Trudeau’s federal government just legalized the use of hard drugs in BC by exempting the province from Canada’s drug laws.
Indeed, rather than increasing policing and sentences for drug dealers or ramping up border security to prevent the importation of extremely dangerous drugs like fentanyl, the BC government has opted to effectively legalize hard drugs and Trudeau’s government has approved the decision.
Federal Mental Health Minister Carolyn Bennett and British Columbia counterpart Sheila Malcolmson made the announcement at roughly 11 a.m. PT on May 31.
“Today, I’m here to announce that I will be granting British Columbia’s exemption request,” Bennett said. “As of January 31, 2023, adults 18 and older in British Columbia will no longer be subject to criminal charges for the possession of up to 2.5 grams of certain illegal drugs for personal use, and the drugs will not be confiscated.”
Despite the clear move towards legalization, Bennett claimed that it is not legalization.
“… This is not legalization,” Bennett said. “We have not taken this decision lightly. We have been working with province over the past months to ensure that their final application was able to meet the criteria necessary for Canada to be able to grant a province-wide section 56 exemption to the Canadian Drug and Substances Act.”
“This time-limited exemption is the first of its kind in Canada, and with it comes great responsibility for the health, safety, and well-being of the people in British Columbia, and a template for other jurisdictions across Canada.”
The recent decision to decriminalize hard drug use in BC has been underway since at least 2016, with government officials saying that they can’t “prescribe our way out of the overdose crisis.”
According to Statistics Canada, “Between 2011 and 2016, the number of illicit-drug toxicity deaths in BC totalled 2,788, having increased from 295 in 2011, to 991 in 2016.”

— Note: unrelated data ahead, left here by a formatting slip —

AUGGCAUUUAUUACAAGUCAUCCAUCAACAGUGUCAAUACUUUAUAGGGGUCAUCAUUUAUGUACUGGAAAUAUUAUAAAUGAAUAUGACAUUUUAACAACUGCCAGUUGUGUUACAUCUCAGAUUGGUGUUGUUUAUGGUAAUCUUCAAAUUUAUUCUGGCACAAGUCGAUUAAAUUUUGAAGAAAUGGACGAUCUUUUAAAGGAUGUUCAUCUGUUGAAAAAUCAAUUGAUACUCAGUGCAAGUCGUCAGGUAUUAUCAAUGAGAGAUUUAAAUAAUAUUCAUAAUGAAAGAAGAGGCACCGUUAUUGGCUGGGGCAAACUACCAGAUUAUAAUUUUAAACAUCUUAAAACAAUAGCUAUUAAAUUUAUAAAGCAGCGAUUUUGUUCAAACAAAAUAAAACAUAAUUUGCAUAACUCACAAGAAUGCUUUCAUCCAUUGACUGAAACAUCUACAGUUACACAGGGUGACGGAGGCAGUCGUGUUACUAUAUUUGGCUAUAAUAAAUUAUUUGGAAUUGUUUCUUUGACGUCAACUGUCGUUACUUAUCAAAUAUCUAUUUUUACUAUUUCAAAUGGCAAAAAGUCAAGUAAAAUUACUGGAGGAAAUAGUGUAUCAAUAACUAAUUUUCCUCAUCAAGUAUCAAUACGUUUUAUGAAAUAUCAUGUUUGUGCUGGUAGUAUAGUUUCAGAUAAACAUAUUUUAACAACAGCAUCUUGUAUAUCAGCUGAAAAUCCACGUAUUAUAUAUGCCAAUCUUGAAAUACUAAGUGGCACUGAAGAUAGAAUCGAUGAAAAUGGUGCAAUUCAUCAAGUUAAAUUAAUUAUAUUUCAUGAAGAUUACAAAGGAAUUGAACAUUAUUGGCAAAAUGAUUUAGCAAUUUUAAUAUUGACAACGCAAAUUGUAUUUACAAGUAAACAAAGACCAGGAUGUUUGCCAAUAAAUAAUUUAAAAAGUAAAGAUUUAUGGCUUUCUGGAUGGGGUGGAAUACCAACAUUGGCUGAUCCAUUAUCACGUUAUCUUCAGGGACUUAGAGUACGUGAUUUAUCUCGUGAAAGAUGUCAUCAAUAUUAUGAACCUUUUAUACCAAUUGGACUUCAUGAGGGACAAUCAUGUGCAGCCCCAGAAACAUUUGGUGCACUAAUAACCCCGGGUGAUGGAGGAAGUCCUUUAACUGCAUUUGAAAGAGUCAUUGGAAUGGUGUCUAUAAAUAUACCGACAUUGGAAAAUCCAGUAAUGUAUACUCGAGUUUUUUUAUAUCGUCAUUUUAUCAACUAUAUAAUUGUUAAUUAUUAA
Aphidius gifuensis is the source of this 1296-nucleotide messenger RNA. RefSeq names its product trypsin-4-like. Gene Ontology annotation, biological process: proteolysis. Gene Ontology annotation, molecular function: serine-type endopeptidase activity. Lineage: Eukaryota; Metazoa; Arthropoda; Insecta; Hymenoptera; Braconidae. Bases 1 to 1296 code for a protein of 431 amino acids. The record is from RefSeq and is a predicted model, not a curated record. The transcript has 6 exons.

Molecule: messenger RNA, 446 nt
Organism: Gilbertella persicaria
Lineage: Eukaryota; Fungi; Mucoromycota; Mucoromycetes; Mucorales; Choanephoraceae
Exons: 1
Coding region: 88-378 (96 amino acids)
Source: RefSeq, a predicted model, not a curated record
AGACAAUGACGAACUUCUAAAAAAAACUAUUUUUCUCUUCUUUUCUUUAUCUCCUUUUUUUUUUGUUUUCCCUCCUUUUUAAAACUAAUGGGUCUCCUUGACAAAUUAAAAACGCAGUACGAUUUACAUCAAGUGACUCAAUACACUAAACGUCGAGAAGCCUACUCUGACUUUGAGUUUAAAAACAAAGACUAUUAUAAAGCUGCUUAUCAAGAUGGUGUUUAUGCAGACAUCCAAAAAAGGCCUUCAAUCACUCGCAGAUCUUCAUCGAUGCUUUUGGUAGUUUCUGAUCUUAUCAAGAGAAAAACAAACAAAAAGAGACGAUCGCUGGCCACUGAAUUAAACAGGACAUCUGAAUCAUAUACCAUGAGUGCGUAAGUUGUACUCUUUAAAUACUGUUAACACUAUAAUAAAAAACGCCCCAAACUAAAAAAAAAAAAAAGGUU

“The opioid crisis has been hardest felt in British Columbia (BC), which declared a public health emergency in 2016,” wrote Michael Smith of Health Research BC in 2019.
“Last year, there were 1510 drug overdose deaths recorded in BC, which represented 4.5 times the deaths from motor vehicle accidents. The overdose crisis has been largely driven by increasing contamination of the illicit drug supply with powerful synthetic opioids (e.g., fentanyl). Despite efforts to expand harm reduction services and treatments for opioid use disorder, these have had limited success in curbing the current crisis. Innovative strategies to mitigate the crisis have become an urgent public health priority.”
The BC government became the first in Canada to apply for an exemption from Canada’s drug laws in November of last year, after drug overdose deaths rose to over 2,200 in a single year.
When discussing the issue of overdoses and the proliferation of hard drugs in the province, government officials have opted for the language of care and described the opioid crisis as more of a mental health issue than a public health or safety issue.
They have also explicitly stated that reducing the “stigma” of drug use would ultimately reduce overdose, though they have mostly avoided the issue of increased access leading to increased use.
“Stigma drives people to hide their drug use, avoid health care and use alone,” said Mental Health Minister Sheila Malcolmson in a 2021 news release. “Through provincewide decriminalization, we can reduce the fear and shame that keep people silent about their drug use, and support people to reach out for help, life-saving supports and treatment.”
The BC government has also framed legalizing hard drugs as the “decriminalization of people” in a report entitled “Stopping the Harm.”
Government officials also advocated for so-called “compassion clubs” (i.e., safe injection sites) where drug addicts can shoot up.
“I am a big supporter of the compassion club model,” Vancouver Chief Medical Health Officer Patricia Daly added in late 2021. “We need to dramatically expand those options.”
Should drug use explode in the province following today’s decision, it isn’t clear that the BC government has any means of stamping it out.